Reynolds & Griffin: Deceivingly Simple Starving Artists


The Artist’s struggle is something beholden to our society. We love to hear people’s sob story of how they made something brilliant. Everyone who goes through it carries this memory as a trophy for the rest of their lives. Whether those hard knocks come ‘on the road’ in music, getting a movie off the ground, writing until you bleed, or painting in that dingy studio, it all amounts to overcoming the odds.

In Reynolds & Griffin’s most recent autobiographical art book “My Name is Jason. Mine Too.” the struggle is ever present as a backdrop to their dreams of grandeur. Reynolds’ deceivingly simple poetry is painted by Griffin’s skillful hand. The self-referential nature of the piece is not braggadocio – it reads more like an Artist’s Survival Guide. The Jason’s reiterate in paintings and words, “If you’ve never been here it’s okay. Don’t worry so much – we’ve all been here. It sucks but things get better”.

It begins, as most of our careers do, with graduation. A poem titled ‘Room to Grow’ captures the fear artist’s have when they choose to pursue “the dream”. Shiny new diplomas in hand (or not in Griffin’s case) the duo heads for Bedstuy. All they want to do is be creative and successful. The words come so easily, and yet they are going hungry. In my experience that had to be one of the hardest facts about reality. There were so many goals that I was supposed to have completed, and yet no one was handing out success when I left school. A few pages later ‘No Money’ playfully relates continuing to live with empty pockets, and ‘No Name’ describes dressing famously for the world to see. A filmmaker I know said a few years back, “Have people catch up to your delusion”. In New York City I think this faux fame culture of nobodies is ever present. People watching people trying desperately to be what others are looking at.

reynolds“My Name is Jason. Mine Too.” is really about our most recent buzz word for the post graduate blues, the Quarter-Life crisis. For some reason our generation seems to be one of the first to have it. Maybe it’s the way career paths work in modern society, or maybe it’s something we haven’t accounted for. At the moment there are a lot of overbearing self help guides that lack the simplicity to be memorable. This collection might just have the stuff young artist’s need to keep those razors at bay.

Reynold’s style is melodic, and his voice is akin to that of a wise man who does not like to waste words. The usage of alliterations in his poetry are like markers for the mind so one can easily remember these simple rhymes. Griffin’s art compliments the words as he places serious graphical elements against childlike scribbles. Sometimes words are crossed out, and things are pasted over with other more relevant drawings. The effect that is created is one of growth and energy.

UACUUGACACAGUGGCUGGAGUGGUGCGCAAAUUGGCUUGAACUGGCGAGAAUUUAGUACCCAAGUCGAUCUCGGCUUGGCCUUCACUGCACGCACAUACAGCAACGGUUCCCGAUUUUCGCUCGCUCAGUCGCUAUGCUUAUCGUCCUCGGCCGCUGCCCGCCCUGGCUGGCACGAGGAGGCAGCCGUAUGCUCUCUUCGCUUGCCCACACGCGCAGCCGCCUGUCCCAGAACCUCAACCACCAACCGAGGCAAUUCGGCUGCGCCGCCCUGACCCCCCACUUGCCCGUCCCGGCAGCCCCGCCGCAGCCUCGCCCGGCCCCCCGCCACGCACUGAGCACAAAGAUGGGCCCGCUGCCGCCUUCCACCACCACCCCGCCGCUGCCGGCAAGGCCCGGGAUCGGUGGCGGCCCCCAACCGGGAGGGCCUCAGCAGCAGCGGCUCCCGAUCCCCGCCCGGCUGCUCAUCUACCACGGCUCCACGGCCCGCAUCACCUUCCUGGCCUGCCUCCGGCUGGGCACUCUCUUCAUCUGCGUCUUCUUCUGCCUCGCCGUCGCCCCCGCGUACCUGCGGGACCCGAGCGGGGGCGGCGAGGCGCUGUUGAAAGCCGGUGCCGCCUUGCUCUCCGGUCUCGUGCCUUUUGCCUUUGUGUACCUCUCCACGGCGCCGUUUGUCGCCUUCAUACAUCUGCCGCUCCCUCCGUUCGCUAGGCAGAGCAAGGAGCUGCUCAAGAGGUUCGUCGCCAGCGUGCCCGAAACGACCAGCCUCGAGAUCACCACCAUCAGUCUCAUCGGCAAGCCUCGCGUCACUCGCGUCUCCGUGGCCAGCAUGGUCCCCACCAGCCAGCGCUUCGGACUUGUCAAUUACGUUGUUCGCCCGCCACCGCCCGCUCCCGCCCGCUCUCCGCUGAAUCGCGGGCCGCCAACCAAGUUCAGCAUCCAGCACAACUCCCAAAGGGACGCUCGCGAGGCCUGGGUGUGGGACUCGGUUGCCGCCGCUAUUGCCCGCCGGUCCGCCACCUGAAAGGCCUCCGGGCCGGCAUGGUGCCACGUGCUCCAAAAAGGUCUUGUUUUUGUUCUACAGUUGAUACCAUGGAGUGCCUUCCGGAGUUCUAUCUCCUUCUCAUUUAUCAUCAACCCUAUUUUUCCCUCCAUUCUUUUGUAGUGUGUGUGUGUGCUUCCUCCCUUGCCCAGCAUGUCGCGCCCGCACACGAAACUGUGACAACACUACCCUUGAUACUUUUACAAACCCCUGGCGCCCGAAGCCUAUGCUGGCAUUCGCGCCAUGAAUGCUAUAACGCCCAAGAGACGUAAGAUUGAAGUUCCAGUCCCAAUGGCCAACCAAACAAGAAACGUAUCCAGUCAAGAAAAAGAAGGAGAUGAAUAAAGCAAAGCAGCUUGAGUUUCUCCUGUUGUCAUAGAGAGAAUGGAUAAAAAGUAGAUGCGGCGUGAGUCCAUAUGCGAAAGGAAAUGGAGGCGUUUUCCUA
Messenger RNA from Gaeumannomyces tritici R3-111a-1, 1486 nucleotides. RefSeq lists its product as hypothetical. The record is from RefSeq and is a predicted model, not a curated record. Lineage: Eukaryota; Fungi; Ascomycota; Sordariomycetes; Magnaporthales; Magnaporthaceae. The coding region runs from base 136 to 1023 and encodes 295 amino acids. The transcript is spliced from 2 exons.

One important nuance they do not shy away from is that one is black and the other white. In the poem “Brother” they discuss this discrepancy that is never voiced by them but rather their environment. It’s a refreshing take on a sensitive topic, and serves to portray the societal evolution we continue to embrace. The struggle to survive surrounds the art they create, and they’re inspired by it. Their success is a self fulfilling prophecy. Their book, their artistic endeavor, their friendship, their fame are all contingent on one another. If most of what they have already done is true than when will we catch up to their delusion?

Their New York City book signing happens at the Leo Kesting Gallery in the Meat Packing district this Friday ~ May 15th from 7 – 10pm. Facebook it here.

Check out their book at Amazon.


Juan Carlos Pineiro Escoriaza

Juan Carlos directed two acclaimed films: "Know How" a musical written and acted by youth in foster care, and "Second Skin" a documentary on virtual worlds. He is Director of Social Action Impact & Public Affairs at Participant Media, and the Founder of White Roof Project, a nonprofit organization curbing climate change. @jcpe

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